OpenStack is ready for prime time, says Red Hat CTO Brian Stevens
Red Hat recently adopted OpenStack for a major assault on cloud computing, presenting it as “the next Linux”. The open source cloud platform offers the potential to build a similar business in the cloud to what the open source giant has established using Linux on servers.
And Red Hat’s OpenStack ambitions have been pretty clear for a while: the company’s CTO Brian Stevens made them obvious on a visit to London in April, when he said: “OpenStack is important to us as it is the operating framework on which we can realise the dream of cloud computing.” He also discussed a future where OpenStack would be a strong play for Red Hat to get service provider partners.
OpenStack needs an ecosystem
Vendors like VMware face questions about their OpenStack support because they have their own virtualisation and cloud software – though VMware’s Joe Baguley told TechWeekEurope, there is no competition between OpenStack and VMware’s vSphere: vSphere is just more mature, and VMware ‘s hybrid cloud embraces both.
Red Hat won’t face those questions – it’s delivering a supported release of the OpenStack code for its cloud offering on more or less the same basis as it has offered Linux.
The questions Red Hat has to handle are whether OpenStack is ready for prime time and back in April, Stevens took those questions head on.
“We are need a governance model and a consumption model with an ecosystem,” he told us. “Because nobody wants to get everything from one vendor.”
He also acknowledged that “Openstack is in an early stage. ” Though he stressed it had definitely steamed past the stage where it is “usable”, he said it is “still in a constant fast development cycle, which reminds us of what we saw with Linux many years ago.”
Around 2000, Linux was aiming for the enterprise but wasn’t ready for all use cases, said Stevens: “That is sort of where OpenStack is today.”
It’s got a huge head of steam though: “The Openstack conference happens every six months and it is doubling every time”. April’s OpenStack Summit in Portland Oregon had 3000 delegates, he told us.
Back then, he already made clear that Red Hat’s support wasn’t going to be just about shipping a product: “For us it is about how do we make OpenStack successful.” To do that will take “federated development all the way through the products.”
In April, Red Hat had become the number one OpenStack developer. “We’ve only been involved for about 18 months, but it fits with what our developers do.” Stevens himself has got onto the OpenStack board in that time.
Already, he said Red Hat was “in a strong position of guiding the technology, and understanding the technology so we can build customer relationships around it. You can’t do that if you are just a delivery vehicle.”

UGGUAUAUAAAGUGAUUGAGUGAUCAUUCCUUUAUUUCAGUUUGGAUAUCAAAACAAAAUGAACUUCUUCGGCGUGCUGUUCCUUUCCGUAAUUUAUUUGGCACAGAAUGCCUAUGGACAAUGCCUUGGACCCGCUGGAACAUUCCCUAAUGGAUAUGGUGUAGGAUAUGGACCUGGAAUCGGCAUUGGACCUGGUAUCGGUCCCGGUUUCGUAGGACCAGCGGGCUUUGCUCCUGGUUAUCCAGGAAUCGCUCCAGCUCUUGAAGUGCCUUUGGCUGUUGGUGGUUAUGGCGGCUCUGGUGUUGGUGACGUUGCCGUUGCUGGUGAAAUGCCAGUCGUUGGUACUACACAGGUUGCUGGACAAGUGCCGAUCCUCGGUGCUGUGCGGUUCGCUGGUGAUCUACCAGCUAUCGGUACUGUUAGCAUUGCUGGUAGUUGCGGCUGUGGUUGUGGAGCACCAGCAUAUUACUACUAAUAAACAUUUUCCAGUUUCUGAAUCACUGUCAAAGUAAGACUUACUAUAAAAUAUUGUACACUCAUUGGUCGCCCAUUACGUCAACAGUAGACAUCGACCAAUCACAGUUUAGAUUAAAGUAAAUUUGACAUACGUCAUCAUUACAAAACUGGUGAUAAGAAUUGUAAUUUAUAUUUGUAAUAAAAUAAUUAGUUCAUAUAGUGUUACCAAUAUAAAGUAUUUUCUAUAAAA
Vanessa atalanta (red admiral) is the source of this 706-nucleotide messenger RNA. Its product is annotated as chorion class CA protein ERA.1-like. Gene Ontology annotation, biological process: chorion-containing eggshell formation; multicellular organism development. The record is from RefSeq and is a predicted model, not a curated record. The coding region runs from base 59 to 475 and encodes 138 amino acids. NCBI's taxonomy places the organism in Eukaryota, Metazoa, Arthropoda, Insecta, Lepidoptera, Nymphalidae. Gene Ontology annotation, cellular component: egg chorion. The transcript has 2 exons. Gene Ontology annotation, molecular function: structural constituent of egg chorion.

At that stage, Red Hat had RDO, a packaged distribution of OpenStack. It’s a community release, similar to Red Hat’s Fedora Linux, but the version with full paid support did not arrive till June.
RDO is still there of course, in the classic open source model: “We can monetise tens of thousands, but we needed a model where you can get the technology in the hands of millions,” Stevens told us.
Red Hat’s RDO OpenStack package is not given a “Red Hat flavour” he said: “We are taking those exact technologies and we get it so it is installable, usable and configurable. on RHEL [Red Hat Enterprise Linux] or Fedora.”
The RDO version had been a huge success with users and the full-service OpenStack version would meet a big need, he said. “Technology alone doesn’t solve enough of a problem. Customers want service, relationship managers, all the How Tos and blueprint architectures.”
He also previewed Red Hat’s plans for OpenShift, the platform as a service product that launched in June. “You need an OS ad a hypervisor that are truly open. We have an open hybrid cloud Open Shift, which lets you build out a data centre over 1000 RHEL servers, each handling up to 1000 apps, on top of Amazon’s infrastructure service.”
OpenStack for service providers
In the long term, Openstack will be as much for service providers as for enterprise. “The underlying tech includes a description language for deploying applications. You can specify a multi tier app including IP configuration, and hand that to your cloud orchestration system.
“This has awesome compatibility with our emerging service provider clouds,” he said.
With OpenStack going commercial, Red Hat will be stepping up the search for cloud partners which Stevens spoke of in April. He predicted that these partners will first start with basic applications such as email services to get the “core apps” out there.
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